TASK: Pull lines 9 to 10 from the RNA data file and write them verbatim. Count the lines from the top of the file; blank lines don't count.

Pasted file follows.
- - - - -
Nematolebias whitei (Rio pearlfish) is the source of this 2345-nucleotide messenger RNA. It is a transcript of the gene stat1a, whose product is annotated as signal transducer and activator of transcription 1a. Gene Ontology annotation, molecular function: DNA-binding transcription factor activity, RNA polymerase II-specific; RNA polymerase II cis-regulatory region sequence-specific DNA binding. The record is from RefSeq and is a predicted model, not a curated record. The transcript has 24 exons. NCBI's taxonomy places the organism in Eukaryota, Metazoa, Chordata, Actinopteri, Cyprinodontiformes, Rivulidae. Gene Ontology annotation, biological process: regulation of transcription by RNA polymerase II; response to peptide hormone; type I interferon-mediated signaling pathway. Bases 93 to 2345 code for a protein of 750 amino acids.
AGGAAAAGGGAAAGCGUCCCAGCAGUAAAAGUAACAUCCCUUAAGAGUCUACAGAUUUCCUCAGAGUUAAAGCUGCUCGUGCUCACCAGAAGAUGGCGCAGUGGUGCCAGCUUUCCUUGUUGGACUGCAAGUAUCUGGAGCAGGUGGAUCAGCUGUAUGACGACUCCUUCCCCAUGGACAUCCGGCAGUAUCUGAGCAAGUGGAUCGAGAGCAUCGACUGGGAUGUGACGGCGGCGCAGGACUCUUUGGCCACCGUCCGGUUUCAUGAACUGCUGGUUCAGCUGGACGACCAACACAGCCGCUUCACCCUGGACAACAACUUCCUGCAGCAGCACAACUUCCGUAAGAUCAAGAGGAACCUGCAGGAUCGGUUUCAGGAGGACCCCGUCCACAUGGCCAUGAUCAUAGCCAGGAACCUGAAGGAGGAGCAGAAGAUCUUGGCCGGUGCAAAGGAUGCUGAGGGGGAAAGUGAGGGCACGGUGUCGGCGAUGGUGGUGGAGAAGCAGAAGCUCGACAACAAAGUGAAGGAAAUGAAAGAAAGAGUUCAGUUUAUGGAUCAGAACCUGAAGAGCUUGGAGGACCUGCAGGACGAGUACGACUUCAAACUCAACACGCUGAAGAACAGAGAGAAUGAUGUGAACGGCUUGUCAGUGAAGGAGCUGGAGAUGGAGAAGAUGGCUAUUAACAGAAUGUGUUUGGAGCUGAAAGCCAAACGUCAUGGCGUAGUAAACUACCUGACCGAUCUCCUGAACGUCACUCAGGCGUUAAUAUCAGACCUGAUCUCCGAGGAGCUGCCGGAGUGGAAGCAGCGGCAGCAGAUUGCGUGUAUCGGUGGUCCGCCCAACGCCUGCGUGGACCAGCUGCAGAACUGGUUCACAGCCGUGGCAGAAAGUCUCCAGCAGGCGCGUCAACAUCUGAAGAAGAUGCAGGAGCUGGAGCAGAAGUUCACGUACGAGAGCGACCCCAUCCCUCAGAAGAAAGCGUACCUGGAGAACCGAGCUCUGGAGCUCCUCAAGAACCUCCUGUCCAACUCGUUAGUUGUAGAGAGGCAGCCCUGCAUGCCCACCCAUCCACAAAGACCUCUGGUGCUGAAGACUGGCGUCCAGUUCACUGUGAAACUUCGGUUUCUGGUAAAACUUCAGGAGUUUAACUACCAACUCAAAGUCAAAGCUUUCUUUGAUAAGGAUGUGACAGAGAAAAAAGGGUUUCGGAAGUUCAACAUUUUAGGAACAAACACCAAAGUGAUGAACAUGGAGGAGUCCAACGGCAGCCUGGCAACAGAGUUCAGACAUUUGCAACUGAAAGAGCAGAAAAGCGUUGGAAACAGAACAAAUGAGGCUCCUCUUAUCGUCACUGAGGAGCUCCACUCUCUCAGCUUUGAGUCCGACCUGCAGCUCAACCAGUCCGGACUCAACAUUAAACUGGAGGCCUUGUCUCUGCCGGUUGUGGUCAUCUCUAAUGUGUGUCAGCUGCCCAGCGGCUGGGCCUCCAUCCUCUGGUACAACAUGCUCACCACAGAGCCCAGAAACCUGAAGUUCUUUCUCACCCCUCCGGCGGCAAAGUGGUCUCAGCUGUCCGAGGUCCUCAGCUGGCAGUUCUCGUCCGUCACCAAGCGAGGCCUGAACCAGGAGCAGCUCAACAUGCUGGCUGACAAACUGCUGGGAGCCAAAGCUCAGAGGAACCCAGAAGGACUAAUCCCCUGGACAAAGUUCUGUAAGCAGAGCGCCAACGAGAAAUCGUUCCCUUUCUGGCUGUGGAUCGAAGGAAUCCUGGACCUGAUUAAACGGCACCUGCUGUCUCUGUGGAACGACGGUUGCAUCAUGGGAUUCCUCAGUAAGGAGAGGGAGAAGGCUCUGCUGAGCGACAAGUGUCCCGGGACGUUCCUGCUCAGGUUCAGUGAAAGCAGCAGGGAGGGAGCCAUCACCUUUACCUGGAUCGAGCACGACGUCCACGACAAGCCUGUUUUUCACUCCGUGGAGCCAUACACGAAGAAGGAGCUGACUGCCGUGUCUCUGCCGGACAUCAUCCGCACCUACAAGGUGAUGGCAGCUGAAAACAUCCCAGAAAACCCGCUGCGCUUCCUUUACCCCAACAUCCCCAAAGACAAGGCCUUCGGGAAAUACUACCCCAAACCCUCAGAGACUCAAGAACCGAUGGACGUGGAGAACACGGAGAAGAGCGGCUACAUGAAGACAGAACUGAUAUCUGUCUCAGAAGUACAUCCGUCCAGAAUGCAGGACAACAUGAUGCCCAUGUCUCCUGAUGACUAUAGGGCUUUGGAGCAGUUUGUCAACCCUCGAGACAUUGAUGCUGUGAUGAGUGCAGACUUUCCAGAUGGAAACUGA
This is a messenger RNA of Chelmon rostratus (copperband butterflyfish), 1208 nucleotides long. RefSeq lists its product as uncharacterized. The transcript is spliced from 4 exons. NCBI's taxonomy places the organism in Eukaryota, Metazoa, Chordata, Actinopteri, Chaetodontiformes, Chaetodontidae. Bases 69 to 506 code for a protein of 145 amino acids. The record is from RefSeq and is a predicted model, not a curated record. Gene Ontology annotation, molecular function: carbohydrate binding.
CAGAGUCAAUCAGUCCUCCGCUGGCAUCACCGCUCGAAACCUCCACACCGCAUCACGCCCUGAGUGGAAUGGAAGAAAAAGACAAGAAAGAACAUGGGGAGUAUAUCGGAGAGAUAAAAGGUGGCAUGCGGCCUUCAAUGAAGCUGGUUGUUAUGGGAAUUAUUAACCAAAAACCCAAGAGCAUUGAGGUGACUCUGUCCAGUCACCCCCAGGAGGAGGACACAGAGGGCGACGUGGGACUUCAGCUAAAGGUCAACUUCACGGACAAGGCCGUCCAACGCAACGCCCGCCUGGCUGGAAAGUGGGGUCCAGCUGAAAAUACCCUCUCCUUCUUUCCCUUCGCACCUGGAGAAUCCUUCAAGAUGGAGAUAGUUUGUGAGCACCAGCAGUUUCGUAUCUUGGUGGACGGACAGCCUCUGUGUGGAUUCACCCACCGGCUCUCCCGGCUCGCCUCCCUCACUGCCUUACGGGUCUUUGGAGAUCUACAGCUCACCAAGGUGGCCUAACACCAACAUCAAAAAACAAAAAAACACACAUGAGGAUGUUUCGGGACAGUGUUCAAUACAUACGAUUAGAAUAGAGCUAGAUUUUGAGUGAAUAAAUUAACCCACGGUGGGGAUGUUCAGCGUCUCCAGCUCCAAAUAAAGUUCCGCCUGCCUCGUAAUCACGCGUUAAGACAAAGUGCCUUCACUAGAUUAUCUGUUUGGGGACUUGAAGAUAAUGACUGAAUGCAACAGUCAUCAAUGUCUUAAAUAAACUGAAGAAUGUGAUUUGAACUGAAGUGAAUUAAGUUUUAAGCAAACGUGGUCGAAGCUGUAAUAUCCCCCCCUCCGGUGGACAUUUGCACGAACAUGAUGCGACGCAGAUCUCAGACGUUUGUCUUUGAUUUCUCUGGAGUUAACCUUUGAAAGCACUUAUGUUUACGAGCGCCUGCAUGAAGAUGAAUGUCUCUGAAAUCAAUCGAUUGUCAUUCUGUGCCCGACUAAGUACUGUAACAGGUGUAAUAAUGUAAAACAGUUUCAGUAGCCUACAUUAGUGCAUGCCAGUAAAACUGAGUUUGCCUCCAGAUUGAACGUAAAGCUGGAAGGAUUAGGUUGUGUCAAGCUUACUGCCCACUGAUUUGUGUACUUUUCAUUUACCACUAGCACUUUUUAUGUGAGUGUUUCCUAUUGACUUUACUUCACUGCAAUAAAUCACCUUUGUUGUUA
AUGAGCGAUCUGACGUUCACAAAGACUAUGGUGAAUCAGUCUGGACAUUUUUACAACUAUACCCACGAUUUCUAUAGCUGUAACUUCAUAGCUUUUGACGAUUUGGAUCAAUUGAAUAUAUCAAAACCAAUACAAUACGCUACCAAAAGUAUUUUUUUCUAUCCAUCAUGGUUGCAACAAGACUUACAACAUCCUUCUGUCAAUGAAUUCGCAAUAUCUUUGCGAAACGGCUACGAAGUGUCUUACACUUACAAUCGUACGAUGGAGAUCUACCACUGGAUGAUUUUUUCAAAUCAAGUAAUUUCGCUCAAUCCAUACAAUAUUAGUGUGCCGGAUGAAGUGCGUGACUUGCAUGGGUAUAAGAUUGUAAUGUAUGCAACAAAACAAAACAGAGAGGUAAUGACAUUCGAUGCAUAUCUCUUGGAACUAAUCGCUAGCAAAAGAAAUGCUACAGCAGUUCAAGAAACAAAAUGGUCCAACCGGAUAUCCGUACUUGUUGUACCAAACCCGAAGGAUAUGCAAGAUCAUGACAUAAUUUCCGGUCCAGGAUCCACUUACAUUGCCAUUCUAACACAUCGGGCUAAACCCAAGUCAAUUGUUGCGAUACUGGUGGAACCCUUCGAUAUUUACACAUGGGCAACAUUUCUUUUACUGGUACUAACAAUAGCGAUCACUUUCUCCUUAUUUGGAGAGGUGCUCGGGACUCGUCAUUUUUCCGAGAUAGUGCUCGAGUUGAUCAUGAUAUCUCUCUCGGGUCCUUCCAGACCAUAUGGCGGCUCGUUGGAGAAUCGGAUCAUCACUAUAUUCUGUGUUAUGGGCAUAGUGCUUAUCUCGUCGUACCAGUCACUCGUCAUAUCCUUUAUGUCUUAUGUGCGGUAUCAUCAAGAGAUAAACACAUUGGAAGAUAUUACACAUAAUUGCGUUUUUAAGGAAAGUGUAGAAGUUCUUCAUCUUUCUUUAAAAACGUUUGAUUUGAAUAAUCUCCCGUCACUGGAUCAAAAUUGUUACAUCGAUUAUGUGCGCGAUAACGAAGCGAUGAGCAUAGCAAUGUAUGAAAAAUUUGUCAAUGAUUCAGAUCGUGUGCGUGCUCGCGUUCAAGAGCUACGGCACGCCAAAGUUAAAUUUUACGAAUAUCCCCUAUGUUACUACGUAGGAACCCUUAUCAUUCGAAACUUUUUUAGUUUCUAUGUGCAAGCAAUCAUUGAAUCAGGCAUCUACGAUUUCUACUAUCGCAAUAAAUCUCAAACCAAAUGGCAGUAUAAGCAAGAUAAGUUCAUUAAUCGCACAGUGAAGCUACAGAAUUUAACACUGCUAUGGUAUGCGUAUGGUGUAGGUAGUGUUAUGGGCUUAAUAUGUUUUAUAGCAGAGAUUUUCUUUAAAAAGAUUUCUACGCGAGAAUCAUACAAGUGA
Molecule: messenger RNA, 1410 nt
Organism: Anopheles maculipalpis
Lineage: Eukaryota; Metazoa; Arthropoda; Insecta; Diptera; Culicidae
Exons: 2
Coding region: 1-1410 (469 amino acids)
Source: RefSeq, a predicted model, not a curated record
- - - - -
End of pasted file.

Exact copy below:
Exons: 2
Coding region: 1-1410 (469 amino acids)